For nearly fifty years, beginning with Kleinrock’s pioneering work on using queueing theory to model packet flows in communication networks, network modeling has adopted the packet as a primary abstraction for network modeling and analysis. In the 1990’s the notion of “flows” (generally associated with TCP connections) gained currency, and more recently “content” has become the central abstraction in the content-centric networking. In this talk, we trace how dominant networking abstractions reflect and define a research agenda. We conclude with a discussion of how SDN and the management capabilities it enables have created a new focus on autonomic management of the network, and its services, as a system, particularly for wireless networks. Lastly, we conclude this talk with some musings on research funding, and teaching and learning networking.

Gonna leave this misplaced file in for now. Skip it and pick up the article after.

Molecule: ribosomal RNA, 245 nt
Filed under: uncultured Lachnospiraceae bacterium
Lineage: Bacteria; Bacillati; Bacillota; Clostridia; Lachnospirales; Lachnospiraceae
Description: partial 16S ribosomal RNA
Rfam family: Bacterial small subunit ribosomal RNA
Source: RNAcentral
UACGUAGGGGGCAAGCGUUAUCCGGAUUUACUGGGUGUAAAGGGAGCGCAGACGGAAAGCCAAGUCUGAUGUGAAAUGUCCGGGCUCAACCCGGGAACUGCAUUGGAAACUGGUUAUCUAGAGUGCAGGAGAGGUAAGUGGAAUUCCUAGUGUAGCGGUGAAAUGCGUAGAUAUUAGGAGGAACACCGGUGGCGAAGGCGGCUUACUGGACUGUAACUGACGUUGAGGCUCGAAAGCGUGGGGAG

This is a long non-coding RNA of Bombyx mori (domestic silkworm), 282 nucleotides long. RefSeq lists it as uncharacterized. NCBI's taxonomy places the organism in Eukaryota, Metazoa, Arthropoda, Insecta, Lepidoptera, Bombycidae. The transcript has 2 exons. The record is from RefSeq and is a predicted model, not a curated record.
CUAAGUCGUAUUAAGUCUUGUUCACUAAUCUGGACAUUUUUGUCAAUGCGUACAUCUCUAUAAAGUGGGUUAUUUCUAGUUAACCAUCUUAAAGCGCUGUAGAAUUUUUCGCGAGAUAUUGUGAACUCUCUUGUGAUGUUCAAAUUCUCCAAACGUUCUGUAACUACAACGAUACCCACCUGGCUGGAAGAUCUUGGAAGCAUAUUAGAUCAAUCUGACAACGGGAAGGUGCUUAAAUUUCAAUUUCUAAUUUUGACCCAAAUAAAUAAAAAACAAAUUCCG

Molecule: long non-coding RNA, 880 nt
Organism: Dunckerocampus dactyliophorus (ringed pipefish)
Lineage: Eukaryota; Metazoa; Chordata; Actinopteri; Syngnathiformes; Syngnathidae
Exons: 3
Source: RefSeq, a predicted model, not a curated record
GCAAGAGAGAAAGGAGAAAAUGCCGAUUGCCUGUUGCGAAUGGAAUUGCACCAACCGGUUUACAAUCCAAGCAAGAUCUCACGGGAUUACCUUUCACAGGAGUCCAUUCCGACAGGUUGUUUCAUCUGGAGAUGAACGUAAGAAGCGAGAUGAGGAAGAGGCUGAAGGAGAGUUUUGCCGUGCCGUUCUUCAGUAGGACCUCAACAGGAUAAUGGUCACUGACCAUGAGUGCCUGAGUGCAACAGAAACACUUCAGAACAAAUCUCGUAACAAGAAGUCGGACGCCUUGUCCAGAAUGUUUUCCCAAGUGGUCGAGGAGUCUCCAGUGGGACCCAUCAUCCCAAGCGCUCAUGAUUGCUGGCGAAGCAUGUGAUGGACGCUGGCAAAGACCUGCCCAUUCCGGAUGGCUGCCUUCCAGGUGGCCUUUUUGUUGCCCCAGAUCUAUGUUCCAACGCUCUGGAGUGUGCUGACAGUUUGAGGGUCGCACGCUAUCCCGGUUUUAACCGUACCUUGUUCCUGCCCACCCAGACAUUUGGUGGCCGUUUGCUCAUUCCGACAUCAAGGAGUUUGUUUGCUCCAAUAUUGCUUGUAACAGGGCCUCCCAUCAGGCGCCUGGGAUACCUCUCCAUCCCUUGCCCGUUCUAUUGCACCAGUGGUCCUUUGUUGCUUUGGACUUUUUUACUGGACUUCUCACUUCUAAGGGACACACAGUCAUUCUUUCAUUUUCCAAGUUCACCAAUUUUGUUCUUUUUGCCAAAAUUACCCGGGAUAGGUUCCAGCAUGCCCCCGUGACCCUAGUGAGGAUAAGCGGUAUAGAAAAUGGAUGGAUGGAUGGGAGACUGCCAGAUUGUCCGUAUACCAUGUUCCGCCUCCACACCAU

Jim Kurose is a Distinguished University Professor in the College of Information and Computer Sciences at the University of Massachusetts Amherst, where he has been on the faculty since receiving his PhD in computer science from Columbia University. He received a BA in physics from Wesleyan University. He has held a number of visiting scientist positions in the US and abroad, including the Sorbonne University, the University of Paris, INRIA and IBM Research. He is proud to have mentored and taught an amazing group of students, and to have received a number of awards for his research, teaching and service, including the IEEE Infocom Award, the ACM SIGCOMM Lifetime Achievement Award, the ACM Sigcomm Test of Time Award, and the IEEE Computer Society Taylor Booth Education Medal. With Keith Ross, he is the co-author of the best-selling textbook, Computer Networking: a Top Down Approach (Pearson), now in its 8th edition. He is a member of the National Academy of Engineering and a Fellow of the ACM and the IEEE.